Posts tagged “Afghanistan”
This section details the research questions that informed our study. We also outline in detail the methods that we adopted to identify Netsweeper installations worldwide, and those that we employed to reduce the findings to countries of interest. We also present high-level technical findings and observations.
In this section, we spotlight several countries where we have evidence of public ISPs blocking websites using Netsweeper’s products. Each country has significant human rights, public policy, insecurity, or corruption challenges, and/or a history of using Internet censorship to prevent access to content that is protected under international human rights frameworks.
Blue Coat Devices capable of filtering, censorship, and surveillance are being used around the world. 61 of these Blue Coat appliances are on public or government networks in countries with a history of concerns over human rights, surveillance, and censorship. Our findings support the need for national and international scrutiny of Blue Coat implementations in the countries we have identified, and a closer look at the global proliferation of “dual-use” information and communication technologies.
Afghanistan banned the YouTube site on Wednesday so Afghans would not be able to watch a U.S.-made film insulting the Prophet Mohammad that has sparked protests in Egypt and Libya.
Source: The New York Times
Punctually, at 8 o’clock every evening, the cellphone signals disappear in this provincial capital. Under pressure from the Taliban, the major carriers turn off their signal towers, effectively severing most of the connections to the rest of the world.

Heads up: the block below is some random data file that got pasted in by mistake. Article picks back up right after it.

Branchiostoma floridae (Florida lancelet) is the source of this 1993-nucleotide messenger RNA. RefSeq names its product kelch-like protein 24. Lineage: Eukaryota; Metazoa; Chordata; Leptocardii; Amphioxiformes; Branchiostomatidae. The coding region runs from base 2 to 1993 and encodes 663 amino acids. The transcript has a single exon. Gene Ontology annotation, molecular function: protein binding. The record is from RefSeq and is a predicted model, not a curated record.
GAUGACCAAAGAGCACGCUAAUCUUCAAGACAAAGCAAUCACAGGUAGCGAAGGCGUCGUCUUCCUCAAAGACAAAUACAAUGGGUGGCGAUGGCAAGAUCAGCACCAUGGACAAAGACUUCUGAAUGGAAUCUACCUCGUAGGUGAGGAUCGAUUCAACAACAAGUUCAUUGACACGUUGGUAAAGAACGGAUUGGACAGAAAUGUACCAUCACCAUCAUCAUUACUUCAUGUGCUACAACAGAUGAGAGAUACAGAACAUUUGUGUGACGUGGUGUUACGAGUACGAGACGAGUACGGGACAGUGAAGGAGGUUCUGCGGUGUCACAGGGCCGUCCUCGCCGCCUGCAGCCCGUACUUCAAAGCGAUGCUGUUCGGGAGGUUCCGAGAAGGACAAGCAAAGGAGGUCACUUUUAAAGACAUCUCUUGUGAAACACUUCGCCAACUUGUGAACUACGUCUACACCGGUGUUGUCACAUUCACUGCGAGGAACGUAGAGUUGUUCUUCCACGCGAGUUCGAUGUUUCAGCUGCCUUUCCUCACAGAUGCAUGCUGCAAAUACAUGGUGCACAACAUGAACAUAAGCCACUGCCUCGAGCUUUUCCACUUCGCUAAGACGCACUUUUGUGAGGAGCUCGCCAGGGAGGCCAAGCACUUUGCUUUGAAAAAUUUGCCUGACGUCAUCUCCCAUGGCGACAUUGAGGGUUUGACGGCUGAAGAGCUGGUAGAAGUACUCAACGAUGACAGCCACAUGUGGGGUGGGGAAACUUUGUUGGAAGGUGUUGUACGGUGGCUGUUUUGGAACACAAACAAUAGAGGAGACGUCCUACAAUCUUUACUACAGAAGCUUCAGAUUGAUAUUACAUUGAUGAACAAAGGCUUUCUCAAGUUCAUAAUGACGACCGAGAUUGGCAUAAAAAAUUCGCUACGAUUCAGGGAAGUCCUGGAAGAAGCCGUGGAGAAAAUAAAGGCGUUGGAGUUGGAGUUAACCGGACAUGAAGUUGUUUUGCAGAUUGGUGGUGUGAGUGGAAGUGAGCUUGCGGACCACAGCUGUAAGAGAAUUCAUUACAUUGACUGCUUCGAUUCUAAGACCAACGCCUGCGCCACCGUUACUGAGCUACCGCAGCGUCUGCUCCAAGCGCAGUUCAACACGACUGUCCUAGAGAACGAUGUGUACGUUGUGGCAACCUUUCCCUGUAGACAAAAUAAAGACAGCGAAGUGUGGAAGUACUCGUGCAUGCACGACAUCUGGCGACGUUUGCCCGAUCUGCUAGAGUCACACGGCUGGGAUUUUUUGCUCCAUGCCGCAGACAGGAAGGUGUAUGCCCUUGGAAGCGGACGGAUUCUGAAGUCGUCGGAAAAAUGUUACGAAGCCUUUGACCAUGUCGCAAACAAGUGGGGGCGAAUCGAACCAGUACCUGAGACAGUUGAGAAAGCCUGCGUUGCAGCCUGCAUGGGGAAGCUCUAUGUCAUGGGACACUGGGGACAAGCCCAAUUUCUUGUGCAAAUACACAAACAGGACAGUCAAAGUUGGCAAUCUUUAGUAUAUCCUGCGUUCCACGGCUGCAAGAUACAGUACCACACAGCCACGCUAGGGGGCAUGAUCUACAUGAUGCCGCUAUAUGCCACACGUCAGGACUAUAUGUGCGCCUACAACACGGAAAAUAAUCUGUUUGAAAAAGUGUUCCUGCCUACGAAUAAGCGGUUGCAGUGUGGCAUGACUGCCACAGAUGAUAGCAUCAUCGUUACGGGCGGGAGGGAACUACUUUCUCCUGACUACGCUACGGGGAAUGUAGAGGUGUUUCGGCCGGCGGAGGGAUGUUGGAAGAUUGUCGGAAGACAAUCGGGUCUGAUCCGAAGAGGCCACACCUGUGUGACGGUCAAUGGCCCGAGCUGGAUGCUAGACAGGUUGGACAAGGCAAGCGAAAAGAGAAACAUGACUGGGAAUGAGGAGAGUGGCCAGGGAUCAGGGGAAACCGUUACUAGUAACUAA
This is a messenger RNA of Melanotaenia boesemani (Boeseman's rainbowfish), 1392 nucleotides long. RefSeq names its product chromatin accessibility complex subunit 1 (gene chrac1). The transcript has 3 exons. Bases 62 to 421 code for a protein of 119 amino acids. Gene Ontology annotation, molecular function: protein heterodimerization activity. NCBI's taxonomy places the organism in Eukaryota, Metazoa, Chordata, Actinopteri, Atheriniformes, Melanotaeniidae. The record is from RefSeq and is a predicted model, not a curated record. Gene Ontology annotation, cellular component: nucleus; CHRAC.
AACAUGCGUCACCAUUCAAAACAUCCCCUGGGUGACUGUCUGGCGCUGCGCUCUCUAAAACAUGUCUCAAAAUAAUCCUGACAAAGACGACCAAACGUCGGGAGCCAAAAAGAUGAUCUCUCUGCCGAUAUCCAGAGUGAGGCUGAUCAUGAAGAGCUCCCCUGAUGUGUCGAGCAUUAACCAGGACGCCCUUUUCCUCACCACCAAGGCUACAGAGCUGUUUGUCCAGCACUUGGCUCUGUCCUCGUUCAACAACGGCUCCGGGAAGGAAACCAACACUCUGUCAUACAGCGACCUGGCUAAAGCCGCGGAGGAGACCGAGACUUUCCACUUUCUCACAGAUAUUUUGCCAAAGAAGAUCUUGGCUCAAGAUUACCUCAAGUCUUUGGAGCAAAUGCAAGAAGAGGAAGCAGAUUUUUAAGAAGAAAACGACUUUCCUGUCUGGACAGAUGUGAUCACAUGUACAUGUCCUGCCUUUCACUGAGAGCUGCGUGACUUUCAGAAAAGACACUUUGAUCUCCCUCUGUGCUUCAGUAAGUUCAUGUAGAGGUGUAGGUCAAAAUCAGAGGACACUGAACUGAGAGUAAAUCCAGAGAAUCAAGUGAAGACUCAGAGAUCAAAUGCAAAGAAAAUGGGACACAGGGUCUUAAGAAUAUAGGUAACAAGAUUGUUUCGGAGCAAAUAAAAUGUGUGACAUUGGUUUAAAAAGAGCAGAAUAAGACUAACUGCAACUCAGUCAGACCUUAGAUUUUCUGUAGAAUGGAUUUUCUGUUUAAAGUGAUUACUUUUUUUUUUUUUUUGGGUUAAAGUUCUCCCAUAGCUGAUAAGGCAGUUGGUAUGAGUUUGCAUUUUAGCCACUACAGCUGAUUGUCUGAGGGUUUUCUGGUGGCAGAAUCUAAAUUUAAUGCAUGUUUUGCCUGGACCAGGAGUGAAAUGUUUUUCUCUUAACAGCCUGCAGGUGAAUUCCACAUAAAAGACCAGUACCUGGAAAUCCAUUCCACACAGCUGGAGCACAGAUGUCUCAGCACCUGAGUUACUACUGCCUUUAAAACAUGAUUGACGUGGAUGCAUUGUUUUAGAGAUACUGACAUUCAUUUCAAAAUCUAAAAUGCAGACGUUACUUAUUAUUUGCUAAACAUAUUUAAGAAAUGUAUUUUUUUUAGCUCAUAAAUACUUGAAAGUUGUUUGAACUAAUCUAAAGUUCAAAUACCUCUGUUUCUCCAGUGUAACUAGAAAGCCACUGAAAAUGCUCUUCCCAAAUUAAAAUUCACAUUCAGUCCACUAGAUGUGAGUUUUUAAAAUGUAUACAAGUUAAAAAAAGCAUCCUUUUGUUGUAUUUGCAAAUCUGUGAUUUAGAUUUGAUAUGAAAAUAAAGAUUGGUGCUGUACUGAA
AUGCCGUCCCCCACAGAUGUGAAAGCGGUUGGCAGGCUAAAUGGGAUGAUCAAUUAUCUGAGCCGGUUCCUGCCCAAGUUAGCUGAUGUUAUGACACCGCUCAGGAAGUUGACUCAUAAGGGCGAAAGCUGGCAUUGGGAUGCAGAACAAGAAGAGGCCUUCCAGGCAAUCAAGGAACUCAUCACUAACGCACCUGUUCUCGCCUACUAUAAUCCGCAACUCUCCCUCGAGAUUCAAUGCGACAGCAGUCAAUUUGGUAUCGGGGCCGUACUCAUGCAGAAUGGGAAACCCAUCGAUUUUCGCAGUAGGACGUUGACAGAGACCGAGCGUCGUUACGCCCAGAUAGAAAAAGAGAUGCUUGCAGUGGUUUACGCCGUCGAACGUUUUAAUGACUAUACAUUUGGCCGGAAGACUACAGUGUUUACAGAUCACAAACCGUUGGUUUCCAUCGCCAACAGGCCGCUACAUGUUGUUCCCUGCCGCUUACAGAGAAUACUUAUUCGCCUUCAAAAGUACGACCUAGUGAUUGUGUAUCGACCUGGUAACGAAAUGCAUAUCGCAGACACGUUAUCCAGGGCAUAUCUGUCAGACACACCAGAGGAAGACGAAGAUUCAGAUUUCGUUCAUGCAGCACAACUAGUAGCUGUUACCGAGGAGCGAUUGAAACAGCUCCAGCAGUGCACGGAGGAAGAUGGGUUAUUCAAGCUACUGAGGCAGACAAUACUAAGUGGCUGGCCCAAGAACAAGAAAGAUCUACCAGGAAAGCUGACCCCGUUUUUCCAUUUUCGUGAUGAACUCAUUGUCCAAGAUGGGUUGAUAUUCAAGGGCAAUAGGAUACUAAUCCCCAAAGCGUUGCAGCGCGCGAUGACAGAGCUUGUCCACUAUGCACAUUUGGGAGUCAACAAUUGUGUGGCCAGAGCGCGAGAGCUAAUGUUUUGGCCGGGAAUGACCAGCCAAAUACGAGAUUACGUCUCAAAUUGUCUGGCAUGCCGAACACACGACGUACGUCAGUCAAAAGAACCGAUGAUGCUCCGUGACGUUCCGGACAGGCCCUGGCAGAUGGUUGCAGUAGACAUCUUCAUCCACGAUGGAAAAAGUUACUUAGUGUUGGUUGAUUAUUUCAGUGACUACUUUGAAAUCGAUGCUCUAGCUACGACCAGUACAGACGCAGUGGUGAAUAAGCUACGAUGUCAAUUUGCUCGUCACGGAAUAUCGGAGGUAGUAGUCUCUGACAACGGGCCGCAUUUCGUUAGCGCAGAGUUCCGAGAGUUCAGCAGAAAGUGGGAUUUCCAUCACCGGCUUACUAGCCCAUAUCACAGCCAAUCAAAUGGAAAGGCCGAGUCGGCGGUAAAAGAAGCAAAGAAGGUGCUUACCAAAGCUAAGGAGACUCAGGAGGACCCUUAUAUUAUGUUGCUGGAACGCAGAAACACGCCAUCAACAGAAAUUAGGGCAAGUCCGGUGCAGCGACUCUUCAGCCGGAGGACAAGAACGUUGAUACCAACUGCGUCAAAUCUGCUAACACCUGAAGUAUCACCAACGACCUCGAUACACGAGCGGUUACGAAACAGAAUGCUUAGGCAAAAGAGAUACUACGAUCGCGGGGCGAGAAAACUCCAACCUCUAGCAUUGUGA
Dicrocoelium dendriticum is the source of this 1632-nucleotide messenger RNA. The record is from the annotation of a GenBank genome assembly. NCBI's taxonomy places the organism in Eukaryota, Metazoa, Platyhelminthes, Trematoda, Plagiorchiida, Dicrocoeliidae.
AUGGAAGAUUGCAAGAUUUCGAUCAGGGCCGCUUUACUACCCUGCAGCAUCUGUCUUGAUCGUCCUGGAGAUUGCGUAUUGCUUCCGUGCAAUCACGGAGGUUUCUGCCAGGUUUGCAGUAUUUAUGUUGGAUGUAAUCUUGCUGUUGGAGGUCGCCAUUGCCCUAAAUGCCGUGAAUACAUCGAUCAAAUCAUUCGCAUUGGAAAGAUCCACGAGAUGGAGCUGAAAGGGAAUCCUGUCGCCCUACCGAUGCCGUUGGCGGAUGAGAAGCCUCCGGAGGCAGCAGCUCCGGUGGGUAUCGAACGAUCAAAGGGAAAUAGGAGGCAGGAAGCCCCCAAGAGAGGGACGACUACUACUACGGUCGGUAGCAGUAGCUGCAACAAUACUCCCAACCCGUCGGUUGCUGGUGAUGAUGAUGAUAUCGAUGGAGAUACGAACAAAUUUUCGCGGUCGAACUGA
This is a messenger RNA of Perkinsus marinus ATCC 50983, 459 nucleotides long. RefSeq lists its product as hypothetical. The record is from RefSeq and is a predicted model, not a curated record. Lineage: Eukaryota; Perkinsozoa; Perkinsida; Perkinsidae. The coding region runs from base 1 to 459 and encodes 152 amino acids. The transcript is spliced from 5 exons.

Source: Emma Woollacott, TG Daily
With internet censorship sweeping the globe, one group in Afghanistan has the answer – build your own from cheap parts and trash.
With a little outside funding from the US National Science Foundation and help from MIT’s Fab Lab, a group of Jalalabad residents has used off-the-shelf electronics and scrap parts to create a wireless ethernet network that can transmit across several miles. It now covers most of the city.
For full original article, see here
“Until recently, Afghanistan’s Internet has been notably free of government censorship. That stems largely from the limited impact and visibility of the Net domestically: The Taliban banned the Internet during its rule, and despite a recent boom in use, the nation has only a million users out of a population of about 29 million. But the Afghan government finally got around to imposing national filters in June, when the Ministry of Communications instructed local ISPs to blacklist websites that promote alcohol, gambling, and pornography, or ones that provide dating and social networking services.”